Not Letting My Hidden Disabilities Break Me
The diagnosis was dermatomyositis — an autoimmune disease. I was 23 years old and losing my upper body strength and the ability to swallow solid food. It was a pretty scary time for me as I thought I might not live a full life and that I would have long-term complications.
When I was being diagnosed, I spent a week in ambulatory care at a local hospital. I was run through a barrage of tests, which also included a muscle biopsy, and then started a treatment plan. I was put on a course of corti-steroid drugs (prednisone): I started on 60mg and now I am on a maintenance dose of 5mg. I am also on a host of other drugs for normal age-related diseases.
When I tell people about my life I don’t always bring up my disorder, because it is not readily apparent that I have anything wrong with me. I move around like most “normal” people, not one who has a “hidden disability.” I have had an amazing life. I’ve been married twice, I’ve owned and maintained income property by myself, and I’ve traveled extensively domestically and abroad. I’ve been a skier, an avid bicyclist, a hiker, and do-it-yourselfer.
In spite of my muscle disorder, I became a very positive thinker. I’ve never let things slow me down. I did a stint on a local Planning Board and as a Town Councilman. I was divorced from my first wife 16 years ago, and after that I made up my mind to go to a three-day seminar in Virginia to meet people who had the same disorder I did. I met some people who were in worse shape than me and some who weren’t as bad. When I left there, I was getting emails from people that I had met telling me I was such an inspiration to them. When I asked them why, they responded that I had this affliction longer than they did and I had the most positive attitude about it. Me, a role model? And an inspiration? Go figure.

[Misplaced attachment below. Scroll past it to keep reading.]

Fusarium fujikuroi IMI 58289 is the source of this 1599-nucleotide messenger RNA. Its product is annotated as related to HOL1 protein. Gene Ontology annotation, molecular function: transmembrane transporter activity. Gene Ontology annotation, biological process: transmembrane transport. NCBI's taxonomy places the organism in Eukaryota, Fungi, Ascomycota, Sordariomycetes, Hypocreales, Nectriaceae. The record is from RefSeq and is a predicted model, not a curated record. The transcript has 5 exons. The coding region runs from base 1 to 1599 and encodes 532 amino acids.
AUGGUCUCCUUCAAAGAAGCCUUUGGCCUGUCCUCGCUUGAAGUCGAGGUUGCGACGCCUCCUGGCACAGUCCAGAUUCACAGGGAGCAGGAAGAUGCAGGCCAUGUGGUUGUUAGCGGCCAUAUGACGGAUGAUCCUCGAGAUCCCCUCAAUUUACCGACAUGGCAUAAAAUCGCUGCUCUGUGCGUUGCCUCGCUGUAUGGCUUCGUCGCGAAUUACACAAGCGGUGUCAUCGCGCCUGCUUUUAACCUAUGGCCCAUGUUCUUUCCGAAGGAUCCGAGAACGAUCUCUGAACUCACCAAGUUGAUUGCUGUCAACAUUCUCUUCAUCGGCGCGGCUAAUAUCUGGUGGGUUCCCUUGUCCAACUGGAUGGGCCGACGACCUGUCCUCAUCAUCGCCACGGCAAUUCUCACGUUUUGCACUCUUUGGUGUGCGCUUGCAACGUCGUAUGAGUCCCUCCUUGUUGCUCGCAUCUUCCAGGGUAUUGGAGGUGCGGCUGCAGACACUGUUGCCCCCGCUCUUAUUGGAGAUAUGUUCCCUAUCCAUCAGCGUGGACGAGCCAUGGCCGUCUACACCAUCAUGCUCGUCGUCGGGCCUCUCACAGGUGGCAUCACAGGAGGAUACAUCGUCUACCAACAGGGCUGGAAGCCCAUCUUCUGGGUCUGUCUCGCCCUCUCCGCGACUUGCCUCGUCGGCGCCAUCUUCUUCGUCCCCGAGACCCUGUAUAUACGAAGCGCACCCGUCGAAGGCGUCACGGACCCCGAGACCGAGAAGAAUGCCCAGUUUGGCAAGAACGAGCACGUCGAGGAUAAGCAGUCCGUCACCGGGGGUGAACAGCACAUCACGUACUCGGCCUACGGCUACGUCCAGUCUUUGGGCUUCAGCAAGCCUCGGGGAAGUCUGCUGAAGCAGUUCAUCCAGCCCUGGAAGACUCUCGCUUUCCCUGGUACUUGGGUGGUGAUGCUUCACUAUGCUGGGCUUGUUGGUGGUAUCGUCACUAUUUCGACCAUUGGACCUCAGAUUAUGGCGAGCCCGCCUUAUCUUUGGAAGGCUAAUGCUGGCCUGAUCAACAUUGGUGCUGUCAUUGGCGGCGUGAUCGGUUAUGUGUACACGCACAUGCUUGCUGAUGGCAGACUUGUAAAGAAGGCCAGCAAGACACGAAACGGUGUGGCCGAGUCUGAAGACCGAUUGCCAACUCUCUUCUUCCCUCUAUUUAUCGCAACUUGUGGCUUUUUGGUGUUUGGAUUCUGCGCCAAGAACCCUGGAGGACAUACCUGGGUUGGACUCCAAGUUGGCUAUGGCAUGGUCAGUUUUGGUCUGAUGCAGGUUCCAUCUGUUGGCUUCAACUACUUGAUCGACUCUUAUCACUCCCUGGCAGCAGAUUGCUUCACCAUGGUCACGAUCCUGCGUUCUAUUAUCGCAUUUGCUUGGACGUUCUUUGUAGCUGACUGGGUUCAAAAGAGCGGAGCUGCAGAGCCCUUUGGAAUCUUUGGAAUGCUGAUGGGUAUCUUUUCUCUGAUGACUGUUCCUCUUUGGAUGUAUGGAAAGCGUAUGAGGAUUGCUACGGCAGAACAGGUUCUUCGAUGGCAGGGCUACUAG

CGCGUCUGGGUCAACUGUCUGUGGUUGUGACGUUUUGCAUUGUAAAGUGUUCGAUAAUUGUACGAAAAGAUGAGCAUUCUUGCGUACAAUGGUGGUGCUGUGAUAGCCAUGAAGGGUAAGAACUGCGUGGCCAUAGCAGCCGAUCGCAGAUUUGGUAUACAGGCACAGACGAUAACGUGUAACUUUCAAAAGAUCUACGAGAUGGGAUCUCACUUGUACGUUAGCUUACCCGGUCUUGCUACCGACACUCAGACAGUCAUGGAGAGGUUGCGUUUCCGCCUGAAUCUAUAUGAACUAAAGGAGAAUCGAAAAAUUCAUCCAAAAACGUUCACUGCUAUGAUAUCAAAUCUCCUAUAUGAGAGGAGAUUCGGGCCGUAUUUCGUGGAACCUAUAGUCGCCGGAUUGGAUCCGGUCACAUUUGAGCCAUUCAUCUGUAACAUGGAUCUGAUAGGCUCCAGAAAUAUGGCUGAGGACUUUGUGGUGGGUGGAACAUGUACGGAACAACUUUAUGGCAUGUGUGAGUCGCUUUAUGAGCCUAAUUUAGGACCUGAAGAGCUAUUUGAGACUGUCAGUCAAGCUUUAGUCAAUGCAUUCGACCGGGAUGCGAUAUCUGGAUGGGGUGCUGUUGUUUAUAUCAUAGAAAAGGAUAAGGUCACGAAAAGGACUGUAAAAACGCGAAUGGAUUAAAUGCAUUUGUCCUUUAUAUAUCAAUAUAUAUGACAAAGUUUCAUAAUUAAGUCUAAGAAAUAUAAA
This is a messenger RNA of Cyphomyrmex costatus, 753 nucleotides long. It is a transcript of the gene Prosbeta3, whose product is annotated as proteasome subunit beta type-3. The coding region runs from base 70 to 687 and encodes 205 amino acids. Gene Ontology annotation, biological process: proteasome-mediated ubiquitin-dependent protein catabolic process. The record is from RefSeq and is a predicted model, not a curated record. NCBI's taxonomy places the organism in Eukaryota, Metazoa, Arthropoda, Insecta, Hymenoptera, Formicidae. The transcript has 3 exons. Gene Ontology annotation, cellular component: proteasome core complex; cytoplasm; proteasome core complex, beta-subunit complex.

What made me go to What’s Your Everest these past two years is my wife, Trish, who is visually impaired. She worked on this fundraising event for No Barriers as a volunteer, and this past year I challenged myself and hiked Lake Emma. I wasn’t ready to do a 14er and instead I hiked with an amazing group including Cara Elizabeth Yar Khan, who has a rare form of MD, and Chad Jukes, who lost a leg in Iraq.
This year I hope to do a 14er for sure. I still need to challenge myself and eliminate the barriers in my life. The human spirit can only be broken if you allow it. When people look at me they don’t see someone with a disability, they see someone like themselves. When I choose to tell them more about myself, they are blown away. I find the biggest challenge was accepting my disorder and moving on; I never let it defeat me.
The only place I can go from here is up. I will continue to tell people my story and continue to be inspired by others.